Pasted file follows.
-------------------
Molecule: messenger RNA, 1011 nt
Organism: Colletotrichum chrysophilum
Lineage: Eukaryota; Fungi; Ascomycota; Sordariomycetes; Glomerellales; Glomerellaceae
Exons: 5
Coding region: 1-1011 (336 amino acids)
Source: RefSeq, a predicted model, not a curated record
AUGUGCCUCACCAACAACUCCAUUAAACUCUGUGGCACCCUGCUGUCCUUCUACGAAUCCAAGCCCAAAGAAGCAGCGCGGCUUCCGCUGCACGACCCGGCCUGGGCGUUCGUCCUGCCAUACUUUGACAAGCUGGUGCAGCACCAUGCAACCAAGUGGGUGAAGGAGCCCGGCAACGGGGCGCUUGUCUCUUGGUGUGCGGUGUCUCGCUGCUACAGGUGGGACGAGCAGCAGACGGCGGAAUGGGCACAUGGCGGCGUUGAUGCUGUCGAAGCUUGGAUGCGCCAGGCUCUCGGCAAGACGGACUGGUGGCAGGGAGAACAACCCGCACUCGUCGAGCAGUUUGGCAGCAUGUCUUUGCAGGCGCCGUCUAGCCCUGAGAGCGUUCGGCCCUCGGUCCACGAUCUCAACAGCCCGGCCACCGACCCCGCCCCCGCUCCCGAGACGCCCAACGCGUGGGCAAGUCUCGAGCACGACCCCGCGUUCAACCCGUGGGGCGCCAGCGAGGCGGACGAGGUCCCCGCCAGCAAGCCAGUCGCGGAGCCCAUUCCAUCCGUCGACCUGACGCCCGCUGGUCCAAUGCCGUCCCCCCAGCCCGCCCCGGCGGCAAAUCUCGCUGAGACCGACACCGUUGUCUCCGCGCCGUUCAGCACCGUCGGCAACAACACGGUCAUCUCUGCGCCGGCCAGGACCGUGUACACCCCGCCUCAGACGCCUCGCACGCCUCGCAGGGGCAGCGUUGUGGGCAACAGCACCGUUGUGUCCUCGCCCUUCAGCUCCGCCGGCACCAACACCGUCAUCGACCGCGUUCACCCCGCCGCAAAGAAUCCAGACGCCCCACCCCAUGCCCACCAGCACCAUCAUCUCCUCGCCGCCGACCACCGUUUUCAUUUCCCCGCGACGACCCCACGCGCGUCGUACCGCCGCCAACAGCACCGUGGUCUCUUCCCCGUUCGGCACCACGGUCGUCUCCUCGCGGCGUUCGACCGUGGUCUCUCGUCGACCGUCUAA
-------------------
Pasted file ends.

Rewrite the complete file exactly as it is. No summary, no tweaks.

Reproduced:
Molecule: messenger RNA, 1011 nt
Organism: Colletotrichum chrysophilum
Lineage: Eukaryota; Fungi; Ascomycota; Sordariomycetes; Glomerellales; Glomerellaceae
Exons: 5
Coding region: 1-1011 (336 amino acids)
Source: RefSeq, a predicted model, not a curated record
AUGUGCCUCACCAACAACUCCAUUAAACUCUGUGGCACCCUGCUGUCCUUCUACGAAUCCAAGCCCAAAGAAGCAGCGCGGCUUCCGCUGCACGACCCGGCCUGGGCGUUCGUCCUGCCAUACUUUGACAAGCUGGUGCAGCACCAUGCAACCAAGUGGGUGAAGGAGCCCGGCAACGGGGCGCUUGUCUCUUGGUGUGCGGUGUCUCGCUGCUACAGGUGGGACGAGCAGCAGACGGCGGAAUGGGCACAUGGCGGCGUUGAUGCUGUCGAAGCUUGGAUGCGCCAGGCUCUCGGCAAGACGGACUGGUGGCAGGGAGAACAACCCGCACUCGUCGAGCAGUUUGGCAGCAUGUCUUUGCAGGCGCCGUCUAGCCCUGAGAGCGUUCGGCCCUCGGUCCACGAUCUCAACAGCCCGGCCACCGACCCCGCCCCCGCUCCCGAGACGCCCAACGCGUGGGCAAGUCUCGAGCACGACCCCGCGUUCAACCCGUGGGGCGCCAGCGAGGCGGACGAGGUCCCCGCCAGCAAGCCAGUCGCGGAGCCCAUUCCAUCCGUCGACCUGACGCCCGCUGGUCCAAUGCCGUCCCCCCAGCCCGCCCCGGCGGCAAAUCUCGCUGAGACCGACACCGUUGUCUCCGCGCCGUUCAGCACCGUCGGCAACAACACGGUCAUCUCUGCGCCGGCCAGGACCGUGUACACCCCGCCUCAGACGCCUCGCACGCCUCGCAGGGGCAGCGUUGUGGGCAACAGCACCGUUGUGUCCUCGCCCUUCAGCUCCGCCGGCACCAACACCGUCAUCGACCGCGUUCACCCCGCCGCAAAGAAUCCAGACGCCCCACCCCAUGCCCACCAGCACCAUCAUCUCCUCGCCGCCGACCACCGUUUUCAUUUCCCCGCGACGACCCCACGCGCGUCGUACCGCCGCCAACAGCACCGUGGUCUCUUCCCCGUUCGGCACCACGGUCGUCUCCUCGCGGCGUUCGACCGUGGUCUCUCGUCGACCGUCUAA